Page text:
Teaching Science to Young Learners
Published in ChicagoNow, October 15, 2014
I’m no expert on teaching science to kindergarteners, but in over 30 years as an early childhood educator, I never met a worksheet for kids this age that I thought was worth the paper and ink used to print it. I’m an old-fashioned believer in developmentally appropriate practice. So, try to imagine you are 5 years old. Which way of learning science would make most sense to you?
Kindergarten worksheet for science
Cherry Preschool in Evanston, Illinois is a play-based program that still advocates for developmentally appropriate practice. That doesn’t mean kids just play with toys. Rather, it means they learn through play and exploration. One of the best ways to see this philosophy in action it to watch them execute the project approach. Under the guidance of their teachers, the children choose something in their lives they are curious about and share what they already know and what they want to learn.
Recently, the teachers in a classroom of 4 and 5-year olds wrote this in their weekly news bulletin about the children’s choice of a topic to study, squirrels:
It’s up! It’s up! Our Purple Room “Squirrel Mural” is now on display in the hall across from the kitchen! Come see the darling squirrels your children made scampering across a park and a brick building! While you’re viewing the scene, you’ll also notice a list of Squirrel Facts. Yes, your children learned all 15 facts during the last two weeks! Our Squirrel Feeder Chart is up, too. It records all the observations we’ve made of the squirrel feeder we hung in the tree outside of our window. There’s even photographic evidence of a squirrel eating the corn! In other squirrel excitement, we got to touch the inside of a real squirrel nest. Ask us what it felt like. And, while you’re asking questions, ask us about how big the biggest and smallest squirrels are.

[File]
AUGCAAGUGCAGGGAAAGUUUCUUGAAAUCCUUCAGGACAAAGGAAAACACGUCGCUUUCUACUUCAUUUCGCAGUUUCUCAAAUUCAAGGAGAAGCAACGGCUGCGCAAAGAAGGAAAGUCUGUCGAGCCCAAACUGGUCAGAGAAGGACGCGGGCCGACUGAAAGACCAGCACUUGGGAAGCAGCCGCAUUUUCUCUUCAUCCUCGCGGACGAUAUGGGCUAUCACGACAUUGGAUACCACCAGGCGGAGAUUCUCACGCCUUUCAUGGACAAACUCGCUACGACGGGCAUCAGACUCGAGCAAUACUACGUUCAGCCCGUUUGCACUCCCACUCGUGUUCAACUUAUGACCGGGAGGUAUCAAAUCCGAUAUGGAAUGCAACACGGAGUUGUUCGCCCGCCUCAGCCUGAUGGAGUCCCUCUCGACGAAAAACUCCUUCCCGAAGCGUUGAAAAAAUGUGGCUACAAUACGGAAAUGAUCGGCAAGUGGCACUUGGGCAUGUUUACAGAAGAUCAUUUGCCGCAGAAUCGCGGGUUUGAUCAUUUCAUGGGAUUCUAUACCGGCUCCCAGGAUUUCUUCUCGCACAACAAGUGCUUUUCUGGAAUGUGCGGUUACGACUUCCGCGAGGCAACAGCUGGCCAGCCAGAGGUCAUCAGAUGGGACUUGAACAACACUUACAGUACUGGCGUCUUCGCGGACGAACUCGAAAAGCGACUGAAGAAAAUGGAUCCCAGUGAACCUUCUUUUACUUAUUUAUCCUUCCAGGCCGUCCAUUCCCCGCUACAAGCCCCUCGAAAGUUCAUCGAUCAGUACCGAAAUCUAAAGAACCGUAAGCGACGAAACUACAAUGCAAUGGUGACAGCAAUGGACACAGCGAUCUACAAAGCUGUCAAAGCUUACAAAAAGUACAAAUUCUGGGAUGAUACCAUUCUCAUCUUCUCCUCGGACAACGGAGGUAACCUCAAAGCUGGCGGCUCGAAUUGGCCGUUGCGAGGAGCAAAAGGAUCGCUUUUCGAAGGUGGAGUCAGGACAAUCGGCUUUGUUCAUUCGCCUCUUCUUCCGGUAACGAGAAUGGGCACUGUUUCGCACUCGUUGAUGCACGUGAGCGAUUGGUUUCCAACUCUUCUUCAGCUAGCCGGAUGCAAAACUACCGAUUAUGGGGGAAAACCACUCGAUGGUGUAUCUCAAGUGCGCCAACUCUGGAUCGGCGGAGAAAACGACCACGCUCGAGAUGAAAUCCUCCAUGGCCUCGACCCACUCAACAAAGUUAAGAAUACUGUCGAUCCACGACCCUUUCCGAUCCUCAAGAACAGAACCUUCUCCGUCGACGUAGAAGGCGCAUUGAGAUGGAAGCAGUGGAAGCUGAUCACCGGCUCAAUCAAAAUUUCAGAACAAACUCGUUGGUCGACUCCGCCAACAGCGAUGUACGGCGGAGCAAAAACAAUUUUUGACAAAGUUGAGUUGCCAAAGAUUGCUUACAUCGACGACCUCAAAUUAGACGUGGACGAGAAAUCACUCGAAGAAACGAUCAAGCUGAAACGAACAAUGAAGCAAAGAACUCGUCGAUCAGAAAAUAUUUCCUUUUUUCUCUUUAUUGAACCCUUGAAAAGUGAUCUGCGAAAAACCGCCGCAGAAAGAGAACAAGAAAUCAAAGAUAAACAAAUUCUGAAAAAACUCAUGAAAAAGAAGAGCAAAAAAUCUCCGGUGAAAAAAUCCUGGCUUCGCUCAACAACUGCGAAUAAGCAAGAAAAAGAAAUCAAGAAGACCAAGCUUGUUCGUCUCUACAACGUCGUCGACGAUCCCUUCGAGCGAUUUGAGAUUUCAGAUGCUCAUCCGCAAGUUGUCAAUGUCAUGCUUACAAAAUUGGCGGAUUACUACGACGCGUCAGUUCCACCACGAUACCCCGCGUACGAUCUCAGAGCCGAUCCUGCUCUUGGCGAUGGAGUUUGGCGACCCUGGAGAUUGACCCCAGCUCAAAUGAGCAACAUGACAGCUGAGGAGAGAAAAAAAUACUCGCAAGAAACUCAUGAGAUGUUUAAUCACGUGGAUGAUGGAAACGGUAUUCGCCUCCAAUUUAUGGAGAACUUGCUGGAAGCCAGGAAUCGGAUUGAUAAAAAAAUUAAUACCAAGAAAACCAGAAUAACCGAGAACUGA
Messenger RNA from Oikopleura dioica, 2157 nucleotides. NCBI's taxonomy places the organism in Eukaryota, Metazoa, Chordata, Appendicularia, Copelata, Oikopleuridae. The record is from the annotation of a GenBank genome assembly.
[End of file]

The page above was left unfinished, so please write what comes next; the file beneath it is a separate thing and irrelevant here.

The daily observations of the squirrel feeder led to an observation chart. The children could also conduct hands-on observations of a squirrel nest, which led to constructing a home for the squirrels in the classroom. So, let’s see, this study covered science, engineering, art, and literacy. But more importantly, it encompassed the imaginative and creative thinking and logical reasoning we claim we want our kids to learn. And the kids were highly motivated to explore something they had observed in their daily lives. They followed their curiosity and natural quest for knowledge to answer their expanding list of questions. Best of all, there was no test to take at the end of this unit and there was no doubt they learned a lot.
Observations of the squirrel feeder
Now ask yourself if a worksheet about squirrels would have led to further questions, greater exploration, and longer-lasting knowledge.